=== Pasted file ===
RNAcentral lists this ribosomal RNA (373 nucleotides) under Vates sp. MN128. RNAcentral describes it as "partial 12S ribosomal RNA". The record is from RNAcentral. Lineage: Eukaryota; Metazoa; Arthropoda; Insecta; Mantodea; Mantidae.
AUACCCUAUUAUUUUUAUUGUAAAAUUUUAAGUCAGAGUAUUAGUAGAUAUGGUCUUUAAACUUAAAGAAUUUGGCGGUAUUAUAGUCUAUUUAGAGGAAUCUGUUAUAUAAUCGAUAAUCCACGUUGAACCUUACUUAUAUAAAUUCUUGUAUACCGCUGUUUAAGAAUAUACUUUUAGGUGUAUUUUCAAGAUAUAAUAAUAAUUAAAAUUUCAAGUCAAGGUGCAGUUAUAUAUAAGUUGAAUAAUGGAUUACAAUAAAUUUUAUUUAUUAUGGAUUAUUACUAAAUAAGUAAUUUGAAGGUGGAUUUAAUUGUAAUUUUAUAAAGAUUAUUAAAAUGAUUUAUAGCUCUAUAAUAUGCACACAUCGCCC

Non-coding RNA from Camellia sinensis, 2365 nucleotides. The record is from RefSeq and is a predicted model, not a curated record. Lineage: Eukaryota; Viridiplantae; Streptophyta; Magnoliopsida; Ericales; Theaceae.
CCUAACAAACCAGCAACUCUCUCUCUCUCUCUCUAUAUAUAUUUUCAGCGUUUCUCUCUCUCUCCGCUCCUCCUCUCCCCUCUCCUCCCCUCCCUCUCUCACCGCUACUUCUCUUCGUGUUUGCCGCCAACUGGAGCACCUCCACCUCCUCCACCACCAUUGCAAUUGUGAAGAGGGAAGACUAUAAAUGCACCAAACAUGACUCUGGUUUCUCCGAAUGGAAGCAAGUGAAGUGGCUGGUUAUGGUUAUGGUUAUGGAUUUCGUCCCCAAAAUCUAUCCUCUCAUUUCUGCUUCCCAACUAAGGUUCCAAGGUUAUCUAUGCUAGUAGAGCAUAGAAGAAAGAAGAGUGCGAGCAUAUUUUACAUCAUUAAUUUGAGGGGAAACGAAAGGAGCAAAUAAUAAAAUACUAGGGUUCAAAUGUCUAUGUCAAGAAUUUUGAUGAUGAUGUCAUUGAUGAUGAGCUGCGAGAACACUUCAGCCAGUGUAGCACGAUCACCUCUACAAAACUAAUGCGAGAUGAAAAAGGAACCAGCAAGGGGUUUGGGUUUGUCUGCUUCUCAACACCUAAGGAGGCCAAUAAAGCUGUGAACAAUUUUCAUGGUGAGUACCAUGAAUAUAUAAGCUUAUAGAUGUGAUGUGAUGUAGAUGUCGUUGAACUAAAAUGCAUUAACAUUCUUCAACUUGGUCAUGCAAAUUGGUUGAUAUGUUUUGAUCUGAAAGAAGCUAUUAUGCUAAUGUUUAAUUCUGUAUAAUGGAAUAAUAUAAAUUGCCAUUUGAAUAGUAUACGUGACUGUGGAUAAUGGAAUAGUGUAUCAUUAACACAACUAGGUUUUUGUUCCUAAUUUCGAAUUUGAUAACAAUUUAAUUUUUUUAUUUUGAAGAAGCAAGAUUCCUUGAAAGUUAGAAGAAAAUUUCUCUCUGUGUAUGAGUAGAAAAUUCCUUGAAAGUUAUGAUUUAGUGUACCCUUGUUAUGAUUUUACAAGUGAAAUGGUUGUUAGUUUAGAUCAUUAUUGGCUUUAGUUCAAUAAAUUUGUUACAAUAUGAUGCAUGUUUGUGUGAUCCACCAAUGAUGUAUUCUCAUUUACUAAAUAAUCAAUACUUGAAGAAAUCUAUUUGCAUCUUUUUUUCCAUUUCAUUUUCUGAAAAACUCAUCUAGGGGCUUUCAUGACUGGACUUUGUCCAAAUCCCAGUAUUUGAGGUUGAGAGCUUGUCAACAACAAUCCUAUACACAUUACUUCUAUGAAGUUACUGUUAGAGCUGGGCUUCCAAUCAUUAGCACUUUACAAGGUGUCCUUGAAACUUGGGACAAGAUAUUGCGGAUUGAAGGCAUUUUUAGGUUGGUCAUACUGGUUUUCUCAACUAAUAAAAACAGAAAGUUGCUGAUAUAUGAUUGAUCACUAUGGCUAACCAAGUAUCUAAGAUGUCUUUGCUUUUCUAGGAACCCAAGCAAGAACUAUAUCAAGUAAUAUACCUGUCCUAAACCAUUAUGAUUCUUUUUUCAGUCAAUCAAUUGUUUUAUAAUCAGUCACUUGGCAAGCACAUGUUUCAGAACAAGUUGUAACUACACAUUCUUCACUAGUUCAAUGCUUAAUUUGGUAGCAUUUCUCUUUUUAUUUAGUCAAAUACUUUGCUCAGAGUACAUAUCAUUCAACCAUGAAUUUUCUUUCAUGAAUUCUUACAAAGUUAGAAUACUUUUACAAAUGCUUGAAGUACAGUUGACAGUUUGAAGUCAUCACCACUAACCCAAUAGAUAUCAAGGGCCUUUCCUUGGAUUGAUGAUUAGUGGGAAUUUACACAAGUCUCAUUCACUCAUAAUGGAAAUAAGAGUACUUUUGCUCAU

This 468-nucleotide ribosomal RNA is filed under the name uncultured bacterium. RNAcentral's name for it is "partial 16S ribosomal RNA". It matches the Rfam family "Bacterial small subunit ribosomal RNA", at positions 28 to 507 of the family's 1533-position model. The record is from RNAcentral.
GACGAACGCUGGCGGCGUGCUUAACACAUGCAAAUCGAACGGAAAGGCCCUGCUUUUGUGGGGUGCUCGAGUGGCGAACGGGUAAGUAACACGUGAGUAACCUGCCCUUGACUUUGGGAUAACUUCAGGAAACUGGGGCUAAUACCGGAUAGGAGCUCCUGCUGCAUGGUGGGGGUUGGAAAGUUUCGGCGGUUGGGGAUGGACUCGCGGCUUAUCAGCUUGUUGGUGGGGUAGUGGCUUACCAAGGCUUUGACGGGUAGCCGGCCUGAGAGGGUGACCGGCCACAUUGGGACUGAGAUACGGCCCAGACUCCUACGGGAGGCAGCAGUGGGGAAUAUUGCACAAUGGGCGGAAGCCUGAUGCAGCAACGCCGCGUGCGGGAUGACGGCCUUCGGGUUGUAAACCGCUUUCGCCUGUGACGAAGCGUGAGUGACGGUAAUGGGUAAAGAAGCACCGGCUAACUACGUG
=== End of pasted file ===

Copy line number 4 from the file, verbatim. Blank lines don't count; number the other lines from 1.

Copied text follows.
CCUAACAAACCAGCAACUCUCUCUCUCUCUCUCUAUAUAUAUUUUCAGCGUUUCUCUCUCUCUCCGCUCCUCCUCUCCCCUCUCCUCCCCUCCCUCUCUCACCGCUACUUCUCUUCGUGUUUGCCGCCAACUGGAGCACCUCCACCUCCUCCACCACCAUUGCAAUUGUGAAGAGGGAAGACUAUAAAUGCACCAAACAUGACUCUGGUUUCUCCGAAUGGAAGCAAGUGAAGUGGCUGGUUAUGGUUAUGGUUAUGGAUUUCGUCCCCAAAAUCUAUCCUCUCAUUUCUGCUUCCCAACUAAGGUUCCAAGGUUAUCUAUGCUAGUAGAGCAUAGAAGAAAGAAGAGUGCGAGCAUAUUUUACAUCAUUAAUUUGAGGGGAAACGAAAGGAGCAAAUAAUAAAAUACUAGGGUUCAAAUGUCUAUGUCAAGAAUUUUGAUGAUGAUGUCAUUGAUGAUGAGCUGCGAGAACACUUCAGCCAGUGUAGCACGAUCACCUCUACAAAACUAAUGCGAGAUGAAAAAGGAACCAGCAAGGGGUUUGGGUUUGUCUGCUUCUCAACACCUAAGGAGGCCAAUAAAGCUGUGAACAAUUUUCAUGGUGAGUACCAUGAAUAUAUAAGCUUAUAGAUGUGAUGUGAUGUAGAUGUCGUUGAACUAAAAUGCAUUAACAUUCUUCAACUUGGUCAUGCAAAUUGGUUGAUAUGUUUUGAUCUGAAAGAAGCUAUUAUGCUAAUGUUUAAUUCUGUAUAAUGGAAUAAUAUAAAUUGCCAUUUGAAUAGUAUACGUGACUGUGGAUAAUGGAAUAGUGUAUCAUUAACACAACUAGGUUUUUGUUCCUAAUUUCGAAUUUGAUAACAAUUUAAUUUUUUUAUUUUGAAGAAGCAAGAUUCCUUGAAAGUUAGAAGAAAAUUUCUCUCUGUGUAUGAGUAGAAAAUUCCUUGAAAGUUAUGAUUUAGUGUACCCUUGUUAUGAUUUUACAAGUGAAAUGGUUGUUAGUUUAGAUCAUUAUUGGCUUUAGUUCAAUAAAUUUGUUACAAUAUGAUGCAUGUUUGUGUGAUCCACCAAUGAUGUAUUCUCAUUUACUAAAUAAUCAAUACUUGAAGAAAUCUAUUUGCAUCUUUUUUUCCAUUUCAUUUUCUGAAAAACUCAUCUAGGGGCUUUCAUGACUGGACUUUGUCCAAAUCCCAGUAUUUGAGGUUGAGAGCUUGUCAACAACAAUCCUAUACACAUUACUUCUAUGAAGUUACUGUUAGAGCUGGGCUUCCAAUCAUUAGCACUUUACAAGGUGUCCUUGAAACUUGGGACAAGAUAUUGCGGAUUGAAGGCAUUUUUAGGUUGGUCAUACUGGUUUUCUCAACUAAUAAAAACAGAAAGUUGCUGAUAUAUGAUUGAUCACUAUGGCUAACCAAGUAUCUAAGAUGUCUUUGCUUUUCUAGGAACCCAAGCAAGAACUAUAUCAAGUAAUAUACCUGUCCUAAACCAUUAUGAUUCUUUUUUCAGUCAAUCAAUUGUUUUAUAAUCAGUCACUUGGCAAGCACAUGUUUCAGAACAAGUUGUAACUACACAUUCUUCACUAGUUCAAUGCUUAAUUUGGUAGCAUUUCUCUUUUUAUUUAGUCAAAUACUUUGCUCAGAGUACAUAUCAUUCAACCAUGAAUUUUCUUUCAUGAAUUCUUACAAAGUUAGAAUACUUUUACAAAUGCUUGAAGUACAGUUGACAGUUUGAAGUCAUCACCACUAACCCAAUAGAUAUCAAGGGCCUUUCCUUGGAUUGAUGAUUAGUGGGAAUUUACACAAGUCUCAUUCACUCAUAAUGGAAAUAAGAGUACUUUUGCUCAU